Neon Spark by Al K. Line is the fifth book in the Dark Magic Enforcer series, and it continues the amazing adventures of a human with magic powers who devotes his life to enforcing the arcane laws that keep the worlds of the Hidden and the Normals in balance. If you’ve read the first four books of the series, you’ll enjoy this one as it shows Faz’s character development as he learns more about his own history, as well as the histories of those around him. The action, as always, is nonstop, with wry observations from the main character, of himself and others.

A good read. I received a free copy of this book in exchange for my unbiased review.

I give this one four stars.

Review of ‘Shakedown’

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FBI Special Agent Jack Davis is investigating a drug dealer, using some rather unorthodox methods. At the same time, he’s contending with his own body’s rebellion—he frequently is subjected to violent shaking and tremors—a condition he’s trying to hide from his colleagues and his boss. When the drug dealer, his gang, and his family are slaughtered, Jack is caught off guard, and his condition comes to light, just as he suspects someone on his own team of leaking information to the bad guys. Jack then mounts his own private, and unsanctioned investigation, determined to catch the killer, but also obsessed with protecting his daughter, Wendy, who has taken up with a member of his team. His only resources are his own determination, and the help of Kate Scranton, a behavioral expert who uses micro-expressions to determine when people are being dishonest or evasive.

Shakedown by Joel Goldman is a fast-paced, thriller that explores the darkest side of life, sociological and emotional. Follow Jack and Kate as they match wits with an orderly, driven killer, who is the last person anyone would suspect, while dealing with treachery from those sworn to protect and serve.

Hard to put down once you start it, and will leave you shaking as hard as Jack when it’s all over. I received this book as a gift.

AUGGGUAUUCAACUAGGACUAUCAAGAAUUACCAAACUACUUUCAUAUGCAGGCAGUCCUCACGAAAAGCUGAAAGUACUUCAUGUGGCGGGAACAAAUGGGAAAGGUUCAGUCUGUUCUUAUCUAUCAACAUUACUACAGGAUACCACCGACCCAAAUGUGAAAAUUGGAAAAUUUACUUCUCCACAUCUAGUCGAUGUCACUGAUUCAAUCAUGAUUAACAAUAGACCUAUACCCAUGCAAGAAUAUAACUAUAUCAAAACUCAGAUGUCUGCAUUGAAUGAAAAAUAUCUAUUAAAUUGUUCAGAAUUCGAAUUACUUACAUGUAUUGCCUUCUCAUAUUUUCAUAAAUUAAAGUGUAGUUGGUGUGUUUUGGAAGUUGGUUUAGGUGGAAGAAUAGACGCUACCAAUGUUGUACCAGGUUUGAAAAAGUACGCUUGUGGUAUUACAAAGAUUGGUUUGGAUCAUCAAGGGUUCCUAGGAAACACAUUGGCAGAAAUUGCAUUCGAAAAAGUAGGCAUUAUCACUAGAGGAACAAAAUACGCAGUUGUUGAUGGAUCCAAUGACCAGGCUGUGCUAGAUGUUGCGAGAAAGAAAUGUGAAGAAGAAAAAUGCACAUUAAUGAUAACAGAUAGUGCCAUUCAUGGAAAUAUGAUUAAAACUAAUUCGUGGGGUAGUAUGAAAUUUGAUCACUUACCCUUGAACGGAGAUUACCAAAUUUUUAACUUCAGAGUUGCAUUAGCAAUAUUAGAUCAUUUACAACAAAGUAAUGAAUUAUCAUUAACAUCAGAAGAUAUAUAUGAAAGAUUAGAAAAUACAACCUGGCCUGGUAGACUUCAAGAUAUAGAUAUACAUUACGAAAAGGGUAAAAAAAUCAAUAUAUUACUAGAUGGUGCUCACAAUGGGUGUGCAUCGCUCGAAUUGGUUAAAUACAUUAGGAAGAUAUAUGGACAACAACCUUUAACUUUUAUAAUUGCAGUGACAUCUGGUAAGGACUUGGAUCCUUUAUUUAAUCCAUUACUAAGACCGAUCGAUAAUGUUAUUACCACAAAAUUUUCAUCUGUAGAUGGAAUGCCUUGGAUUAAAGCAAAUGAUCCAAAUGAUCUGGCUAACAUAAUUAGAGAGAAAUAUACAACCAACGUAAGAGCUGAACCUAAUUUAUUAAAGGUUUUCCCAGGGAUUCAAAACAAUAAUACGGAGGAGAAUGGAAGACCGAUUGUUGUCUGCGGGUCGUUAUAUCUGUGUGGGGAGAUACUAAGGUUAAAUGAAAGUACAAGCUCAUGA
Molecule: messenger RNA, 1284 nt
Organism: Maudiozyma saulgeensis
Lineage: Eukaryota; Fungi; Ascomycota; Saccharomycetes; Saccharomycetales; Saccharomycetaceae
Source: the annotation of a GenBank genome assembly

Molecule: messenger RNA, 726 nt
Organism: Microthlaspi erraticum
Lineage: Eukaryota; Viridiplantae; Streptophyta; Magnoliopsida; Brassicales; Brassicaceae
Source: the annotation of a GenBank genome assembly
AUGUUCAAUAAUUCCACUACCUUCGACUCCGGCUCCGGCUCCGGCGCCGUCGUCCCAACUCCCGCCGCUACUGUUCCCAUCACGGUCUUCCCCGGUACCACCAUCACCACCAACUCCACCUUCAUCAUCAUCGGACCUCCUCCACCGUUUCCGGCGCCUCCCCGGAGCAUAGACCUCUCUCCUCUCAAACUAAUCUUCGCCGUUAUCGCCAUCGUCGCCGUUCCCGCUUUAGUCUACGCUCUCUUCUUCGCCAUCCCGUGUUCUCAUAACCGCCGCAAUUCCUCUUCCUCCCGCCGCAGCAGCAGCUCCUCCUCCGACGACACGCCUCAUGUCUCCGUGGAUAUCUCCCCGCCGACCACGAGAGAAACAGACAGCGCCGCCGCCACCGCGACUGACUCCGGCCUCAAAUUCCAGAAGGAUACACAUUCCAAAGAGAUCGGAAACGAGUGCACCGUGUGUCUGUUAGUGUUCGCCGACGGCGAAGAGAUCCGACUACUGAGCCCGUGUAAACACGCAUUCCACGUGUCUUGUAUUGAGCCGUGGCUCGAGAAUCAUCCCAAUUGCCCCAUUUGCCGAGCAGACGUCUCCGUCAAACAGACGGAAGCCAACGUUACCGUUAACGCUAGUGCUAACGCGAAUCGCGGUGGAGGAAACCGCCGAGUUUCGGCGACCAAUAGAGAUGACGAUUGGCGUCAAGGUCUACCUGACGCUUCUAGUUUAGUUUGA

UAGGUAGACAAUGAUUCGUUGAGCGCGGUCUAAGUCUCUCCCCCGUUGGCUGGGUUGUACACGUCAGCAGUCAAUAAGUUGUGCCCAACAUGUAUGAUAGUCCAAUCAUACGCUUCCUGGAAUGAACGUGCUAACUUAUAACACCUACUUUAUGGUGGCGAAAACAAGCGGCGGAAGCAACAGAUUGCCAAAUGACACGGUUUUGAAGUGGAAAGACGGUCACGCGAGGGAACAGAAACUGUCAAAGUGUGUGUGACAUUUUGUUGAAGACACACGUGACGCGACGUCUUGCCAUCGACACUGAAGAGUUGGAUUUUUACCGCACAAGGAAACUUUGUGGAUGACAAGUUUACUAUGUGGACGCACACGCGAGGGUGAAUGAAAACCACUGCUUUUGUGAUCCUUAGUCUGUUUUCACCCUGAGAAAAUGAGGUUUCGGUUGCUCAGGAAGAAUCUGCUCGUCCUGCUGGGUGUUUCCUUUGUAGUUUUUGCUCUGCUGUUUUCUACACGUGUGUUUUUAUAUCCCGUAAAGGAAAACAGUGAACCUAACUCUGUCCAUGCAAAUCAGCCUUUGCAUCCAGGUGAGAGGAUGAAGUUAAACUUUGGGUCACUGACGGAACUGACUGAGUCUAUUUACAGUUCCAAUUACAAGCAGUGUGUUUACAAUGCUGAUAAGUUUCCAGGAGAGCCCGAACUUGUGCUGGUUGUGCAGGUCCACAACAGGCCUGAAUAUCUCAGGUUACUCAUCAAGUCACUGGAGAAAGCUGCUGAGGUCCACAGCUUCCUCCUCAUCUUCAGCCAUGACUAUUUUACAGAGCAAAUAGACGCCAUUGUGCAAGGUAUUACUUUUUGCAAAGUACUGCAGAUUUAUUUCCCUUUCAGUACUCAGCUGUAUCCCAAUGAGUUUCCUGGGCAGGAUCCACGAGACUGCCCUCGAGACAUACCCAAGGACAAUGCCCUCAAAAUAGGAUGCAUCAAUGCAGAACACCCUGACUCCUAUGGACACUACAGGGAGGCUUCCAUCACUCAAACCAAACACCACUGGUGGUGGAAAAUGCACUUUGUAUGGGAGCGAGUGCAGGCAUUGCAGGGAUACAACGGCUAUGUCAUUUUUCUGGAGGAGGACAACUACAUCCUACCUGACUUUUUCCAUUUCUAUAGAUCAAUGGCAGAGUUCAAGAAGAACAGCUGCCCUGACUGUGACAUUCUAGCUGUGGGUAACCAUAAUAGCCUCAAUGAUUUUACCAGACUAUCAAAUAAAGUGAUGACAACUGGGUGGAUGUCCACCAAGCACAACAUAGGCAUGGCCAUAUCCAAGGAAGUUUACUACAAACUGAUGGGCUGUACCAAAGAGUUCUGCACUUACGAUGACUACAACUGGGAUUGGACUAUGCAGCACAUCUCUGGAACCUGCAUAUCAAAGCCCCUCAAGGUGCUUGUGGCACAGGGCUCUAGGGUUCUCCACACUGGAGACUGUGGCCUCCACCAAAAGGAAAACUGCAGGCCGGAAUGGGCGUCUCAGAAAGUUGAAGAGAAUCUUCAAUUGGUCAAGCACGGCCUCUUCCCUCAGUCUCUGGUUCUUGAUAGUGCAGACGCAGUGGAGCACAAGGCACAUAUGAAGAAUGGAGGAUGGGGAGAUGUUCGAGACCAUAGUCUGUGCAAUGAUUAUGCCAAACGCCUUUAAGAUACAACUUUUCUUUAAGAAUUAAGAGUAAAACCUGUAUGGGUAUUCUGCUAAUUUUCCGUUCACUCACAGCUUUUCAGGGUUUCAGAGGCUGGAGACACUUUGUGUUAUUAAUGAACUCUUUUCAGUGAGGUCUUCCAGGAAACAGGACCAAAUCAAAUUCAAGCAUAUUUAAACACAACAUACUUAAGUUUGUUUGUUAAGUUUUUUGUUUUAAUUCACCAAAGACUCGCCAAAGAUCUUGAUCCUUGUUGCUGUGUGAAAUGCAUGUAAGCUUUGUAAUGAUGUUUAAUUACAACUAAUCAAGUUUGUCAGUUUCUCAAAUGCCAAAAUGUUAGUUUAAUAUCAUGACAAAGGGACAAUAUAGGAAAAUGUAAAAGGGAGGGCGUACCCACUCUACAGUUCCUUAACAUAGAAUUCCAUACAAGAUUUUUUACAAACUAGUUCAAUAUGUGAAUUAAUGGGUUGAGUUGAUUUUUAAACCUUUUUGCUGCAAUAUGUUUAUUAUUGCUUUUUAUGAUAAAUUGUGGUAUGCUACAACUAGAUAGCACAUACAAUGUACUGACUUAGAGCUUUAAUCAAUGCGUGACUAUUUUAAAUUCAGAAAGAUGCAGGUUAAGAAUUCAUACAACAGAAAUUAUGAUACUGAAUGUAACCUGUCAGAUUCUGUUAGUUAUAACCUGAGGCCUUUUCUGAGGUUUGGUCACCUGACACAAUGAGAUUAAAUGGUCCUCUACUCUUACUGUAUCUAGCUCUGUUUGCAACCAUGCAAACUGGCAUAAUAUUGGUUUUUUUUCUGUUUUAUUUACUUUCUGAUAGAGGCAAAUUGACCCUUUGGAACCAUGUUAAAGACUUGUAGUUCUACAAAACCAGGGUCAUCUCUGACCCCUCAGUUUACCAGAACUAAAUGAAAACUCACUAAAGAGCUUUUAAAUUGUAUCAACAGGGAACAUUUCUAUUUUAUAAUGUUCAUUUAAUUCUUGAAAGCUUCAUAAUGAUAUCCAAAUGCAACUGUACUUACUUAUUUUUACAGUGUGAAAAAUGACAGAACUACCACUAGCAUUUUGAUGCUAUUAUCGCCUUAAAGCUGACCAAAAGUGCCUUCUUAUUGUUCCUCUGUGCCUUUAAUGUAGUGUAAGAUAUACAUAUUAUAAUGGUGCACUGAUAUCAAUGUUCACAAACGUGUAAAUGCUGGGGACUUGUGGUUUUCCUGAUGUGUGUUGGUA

Four stars.

Review of ‘Brainrush’

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Jake Bronson has terminal cancer. During an MRI, there’s an earthquake, and he comes out of the chamber a changed man; with enhanced mental and physical functions that no one can explain. In Italy, terrorist Luciano Battista wants what Jake has, and is willing to kill for it. He sends unwitting Dr. Francesca Fellini, an empath, to convince Jake to cooperate in sharing the secrets of his abilities, but when that fails, he resorts to harsher methods. That is a big mistake. Jake and his friends go to war with Fellini and his goons in an action thriller that is as explosive as some of the explosive charges that detonate.

Brainrush by Richard Bard puts the thrill in thriller. Lots of technical details on weapons and tactics for those who like that kind of stuff, but it also has a lot of the personal dynamics that men and women at war experience. A nice, exciting read. I give it four stars.

Review of ‘Iced Malice’

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Eau Claire, Wisconsin is having one of its worst winters in over a hundred years. Detective Kendall Halsrud is investigating the deaths of two teenagers which resembles the 12-year old unsolved cases of three missing couples. Kendall wonders if it’s the same killer, or does someone else have a reason for wanting these kids dead.

In Iced Malice Marla Madison, Kendall has to solve three really cold cases while hot on the trail of a killer who kills without remorse and in some macabre ways, while dealing with her feelings for her colleague, Detective Adam Nashlund, who, after being severely injured while on an undercover operation, suffers amnesia and no longer remembers what they meant to each other.

Chilling mystery (no pun intended) and warm human emotions entwine in a story that can only be called a page-turner. Get it while it’s hot. I give it four cool stars!

Review of ‘Connections’